Maybe you’re the sort who doesn’t spend Thanksgiving in front of a television, watching men run up and down a field in funny costumes. Further, maybe you didn’t eat so much turkey on Thanksgiving to cause a tryptophan-induced coma (or maybe it hasn’t kicked in yet). Or maybe you’re not reading this humble little note
Comparisons to Fountains of Wayne are inevitable: strong melodies, well-thought-out vocal harmonies, middling tempos, clever lyrics, high-octane guitars. That’s the recipe on Above the Blue from Washington DC-based Vegas With Randolph. But VWR have their own distinct style; that the New Jersey band comes to mind when hearing their music says more about what passes
I will readily admit it: I’m a slave to the jangle. Give me a dose of high-energy, upbeat powerpop and I’m yours (musically speaking). And that’s precisely what happened when I popped Circles — the latest CD from Lannie Flowers – into my CD player. Double-tracked lead vocals, trebly Rickenbacker-toned bass lines, Revolver-era musical arrangement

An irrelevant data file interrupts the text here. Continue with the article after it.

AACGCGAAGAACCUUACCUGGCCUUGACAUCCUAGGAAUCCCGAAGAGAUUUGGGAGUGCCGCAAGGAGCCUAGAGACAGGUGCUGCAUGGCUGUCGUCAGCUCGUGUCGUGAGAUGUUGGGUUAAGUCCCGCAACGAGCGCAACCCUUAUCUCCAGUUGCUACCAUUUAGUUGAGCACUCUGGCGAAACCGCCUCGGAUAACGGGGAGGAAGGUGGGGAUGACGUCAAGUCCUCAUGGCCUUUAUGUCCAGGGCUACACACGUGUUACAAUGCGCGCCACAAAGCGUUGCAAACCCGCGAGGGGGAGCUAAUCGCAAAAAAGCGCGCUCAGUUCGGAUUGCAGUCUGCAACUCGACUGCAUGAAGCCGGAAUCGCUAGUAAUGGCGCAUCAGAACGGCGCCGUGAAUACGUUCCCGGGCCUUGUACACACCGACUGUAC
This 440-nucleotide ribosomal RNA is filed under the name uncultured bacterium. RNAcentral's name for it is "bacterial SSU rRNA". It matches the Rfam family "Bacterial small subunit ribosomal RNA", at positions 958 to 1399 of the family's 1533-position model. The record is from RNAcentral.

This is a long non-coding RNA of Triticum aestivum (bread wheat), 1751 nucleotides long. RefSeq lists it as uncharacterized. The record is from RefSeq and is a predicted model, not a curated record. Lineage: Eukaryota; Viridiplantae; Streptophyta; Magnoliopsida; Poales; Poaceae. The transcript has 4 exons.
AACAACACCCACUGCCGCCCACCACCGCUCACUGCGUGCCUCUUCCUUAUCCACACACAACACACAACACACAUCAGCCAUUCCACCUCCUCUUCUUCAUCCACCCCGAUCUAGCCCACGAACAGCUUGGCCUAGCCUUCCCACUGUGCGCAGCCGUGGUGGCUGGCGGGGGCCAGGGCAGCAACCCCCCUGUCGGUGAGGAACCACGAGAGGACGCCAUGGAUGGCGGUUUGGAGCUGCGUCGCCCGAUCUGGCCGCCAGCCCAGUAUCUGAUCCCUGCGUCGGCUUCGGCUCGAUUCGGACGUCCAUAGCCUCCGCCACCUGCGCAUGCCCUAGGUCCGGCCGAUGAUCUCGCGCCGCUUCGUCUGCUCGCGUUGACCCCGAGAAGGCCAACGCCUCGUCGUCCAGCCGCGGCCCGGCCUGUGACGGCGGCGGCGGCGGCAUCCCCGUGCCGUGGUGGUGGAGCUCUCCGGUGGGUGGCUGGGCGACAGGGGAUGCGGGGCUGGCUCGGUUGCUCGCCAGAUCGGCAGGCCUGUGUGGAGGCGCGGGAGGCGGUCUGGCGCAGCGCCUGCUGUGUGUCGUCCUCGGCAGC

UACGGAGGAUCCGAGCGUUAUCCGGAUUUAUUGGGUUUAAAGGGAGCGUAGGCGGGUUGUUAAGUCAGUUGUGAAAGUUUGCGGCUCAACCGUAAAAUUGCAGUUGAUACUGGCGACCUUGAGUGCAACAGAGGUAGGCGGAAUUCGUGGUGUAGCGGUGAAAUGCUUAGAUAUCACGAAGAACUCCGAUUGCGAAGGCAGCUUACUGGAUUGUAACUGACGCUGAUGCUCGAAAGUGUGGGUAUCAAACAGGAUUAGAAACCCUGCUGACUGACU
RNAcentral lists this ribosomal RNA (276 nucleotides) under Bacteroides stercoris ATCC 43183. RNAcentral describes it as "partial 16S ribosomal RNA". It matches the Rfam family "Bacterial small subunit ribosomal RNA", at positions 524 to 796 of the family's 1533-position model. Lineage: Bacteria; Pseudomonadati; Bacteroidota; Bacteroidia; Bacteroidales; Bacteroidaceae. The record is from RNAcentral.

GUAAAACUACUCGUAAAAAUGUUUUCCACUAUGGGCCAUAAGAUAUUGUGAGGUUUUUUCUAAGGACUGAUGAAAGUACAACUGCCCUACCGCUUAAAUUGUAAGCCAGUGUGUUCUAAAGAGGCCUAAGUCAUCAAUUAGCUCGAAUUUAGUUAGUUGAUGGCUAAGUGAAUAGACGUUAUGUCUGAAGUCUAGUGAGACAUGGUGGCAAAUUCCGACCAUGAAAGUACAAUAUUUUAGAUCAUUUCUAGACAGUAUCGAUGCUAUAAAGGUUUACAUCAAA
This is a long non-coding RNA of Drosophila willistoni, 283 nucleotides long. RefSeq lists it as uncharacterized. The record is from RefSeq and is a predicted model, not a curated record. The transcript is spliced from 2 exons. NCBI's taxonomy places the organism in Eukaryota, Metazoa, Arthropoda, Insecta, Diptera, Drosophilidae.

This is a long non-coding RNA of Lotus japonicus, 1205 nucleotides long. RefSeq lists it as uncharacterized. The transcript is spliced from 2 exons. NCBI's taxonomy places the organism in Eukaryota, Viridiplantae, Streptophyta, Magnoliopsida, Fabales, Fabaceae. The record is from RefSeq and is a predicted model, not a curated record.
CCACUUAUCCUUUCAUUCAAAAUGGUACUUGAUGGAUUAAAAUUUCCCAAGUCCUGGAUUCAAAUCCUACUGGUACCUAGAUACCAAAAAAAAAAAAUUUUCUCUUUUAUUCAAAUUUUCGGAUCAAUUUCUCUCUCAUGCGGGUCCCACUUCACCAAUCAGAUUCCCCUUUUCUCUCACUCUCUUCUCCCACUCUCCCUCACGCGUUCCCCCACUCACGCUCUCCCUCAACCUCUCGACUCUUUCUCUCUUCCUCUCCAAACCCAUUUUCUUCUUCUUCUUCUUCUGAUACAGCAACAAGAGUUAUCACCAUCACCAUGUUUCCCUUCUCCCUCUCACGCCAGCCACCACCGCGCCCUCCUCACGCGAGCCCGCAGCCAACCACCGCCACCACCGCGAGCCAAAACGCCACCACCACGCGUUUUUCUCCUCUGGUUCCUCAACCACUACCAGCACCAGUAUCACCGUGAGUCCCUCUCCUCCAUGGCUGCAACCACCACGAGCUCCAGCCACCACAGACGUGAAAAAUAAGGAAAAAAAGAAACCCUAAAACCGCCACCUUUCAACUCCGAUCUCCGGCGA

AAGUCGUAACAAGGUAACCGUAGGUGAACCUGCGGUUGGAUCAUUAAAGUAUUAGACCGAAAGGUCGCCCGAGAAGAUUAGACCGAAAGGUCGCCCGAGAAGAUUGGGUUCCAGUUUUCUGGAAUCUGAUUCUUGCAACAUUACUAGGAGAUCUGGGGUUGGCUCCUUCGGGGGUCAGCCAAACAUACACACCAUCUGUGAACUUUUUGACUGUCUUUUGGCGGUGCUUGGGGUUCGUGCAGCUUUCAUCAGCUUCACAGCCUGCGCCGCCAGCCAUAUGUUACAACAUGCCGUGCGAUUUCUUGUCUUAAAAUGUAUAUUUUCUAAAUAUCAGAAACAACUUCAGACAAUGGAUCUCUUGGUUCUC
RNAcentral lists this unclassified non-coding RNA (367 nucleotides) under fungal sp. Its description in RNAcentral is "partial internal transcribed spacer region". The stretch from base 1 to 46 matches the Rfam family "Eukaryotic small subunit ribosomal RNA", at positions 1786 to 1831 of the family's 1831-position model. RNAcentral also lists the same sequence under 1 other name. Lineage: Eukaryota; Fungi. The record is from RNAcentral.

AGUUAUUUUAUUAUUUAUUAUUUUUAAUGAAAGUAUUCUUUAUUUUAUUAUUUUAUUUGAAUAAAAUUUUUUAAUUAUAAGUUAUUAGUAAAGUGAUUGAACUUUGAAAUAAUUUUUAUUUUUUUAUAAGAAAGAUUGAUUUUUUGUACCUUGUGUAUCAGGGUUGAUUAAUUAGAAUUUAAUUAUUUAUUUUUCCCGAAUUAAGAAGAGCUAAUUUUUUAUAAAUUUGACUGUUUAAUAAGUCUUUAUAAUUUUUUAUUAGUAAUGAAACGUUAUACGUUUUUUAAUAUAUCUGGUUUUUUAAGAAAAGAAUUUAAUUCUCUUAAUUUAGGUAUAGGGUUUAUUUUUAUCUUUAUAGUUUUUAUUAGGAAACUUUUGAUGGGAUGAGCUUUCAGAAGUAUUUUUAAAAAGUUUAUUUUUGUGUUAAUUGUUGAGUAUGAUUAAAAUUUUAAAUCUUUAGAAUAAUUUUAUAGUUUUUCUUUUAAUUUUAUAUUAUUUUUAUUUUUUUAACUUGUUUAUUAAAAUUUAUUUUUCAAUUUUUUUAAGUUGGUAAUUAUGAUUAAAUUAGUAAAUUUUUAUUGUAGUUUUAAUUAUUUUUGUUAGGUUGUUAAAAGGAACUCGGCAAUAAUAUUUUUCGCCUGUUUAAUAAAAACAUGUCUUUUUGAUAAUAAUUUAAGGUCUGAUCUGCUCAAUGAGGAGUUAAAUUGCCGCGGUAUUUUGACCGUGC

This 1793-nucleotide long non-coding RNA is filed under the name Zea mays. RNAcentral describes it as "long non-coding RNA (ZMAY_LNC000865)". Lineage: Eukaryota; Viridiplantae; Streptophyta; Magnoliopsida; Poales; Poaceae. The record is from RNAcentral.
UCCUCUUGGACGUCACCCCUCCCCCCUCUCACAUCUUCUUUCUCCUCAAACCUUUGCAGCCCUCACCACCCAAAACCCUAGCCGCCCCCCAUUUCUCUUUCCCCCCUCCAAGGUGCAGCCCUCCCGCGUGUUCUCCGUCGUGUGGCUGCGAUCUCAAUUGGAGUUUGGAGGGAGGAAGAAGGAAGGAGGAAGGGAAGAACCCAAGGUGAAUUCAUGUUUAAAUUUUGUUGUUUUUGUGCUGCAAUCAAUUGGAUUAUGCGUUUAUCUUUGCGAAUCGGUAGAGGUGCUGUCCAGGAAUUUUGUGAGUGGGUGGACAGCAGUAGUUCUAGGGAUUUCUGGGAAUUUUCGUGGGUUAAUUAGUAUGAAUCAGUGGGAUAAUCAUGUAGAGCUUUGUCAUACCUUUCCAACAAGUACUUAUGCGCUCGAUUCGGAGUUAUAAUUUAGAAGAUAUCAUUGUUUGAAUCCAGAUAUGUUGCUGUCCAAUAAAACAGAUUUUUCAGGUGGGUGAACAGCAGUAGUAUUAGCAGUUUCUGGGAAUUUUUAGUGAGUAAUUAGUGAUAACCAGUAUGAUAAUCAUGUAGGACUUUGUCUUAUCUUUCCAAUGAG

Intelligent, well-produced powerpop generally draws its inspiration from a rather short list of influences. While the most mediocre powerpop tends to chase its own tail – serving up predigested, overly derivative pop you’ve heard before – the better quality stuff manages to have it both ways: remaining firmly grounded in the powerpop tradition of its
Rock history is littered with examples of artists who need to break out on their own to fulfill their creative ambitions. Sometimes they are able to do it while remaining in the group they’re in — keeping their day job, as it were. John Entwistle stayed in the Who while mounting a simultaneous solo career
Marshall Crenshaw is one of rock music’s most underappreciated artists. After a string of critically-acclaimed albums (beginning with his self-titled 1982 debut, right through 2003’s What’s in the Bag?), and a good bit of work in other media (books, films and more) in 2007 he was between record deals. But that didn’t slow him down.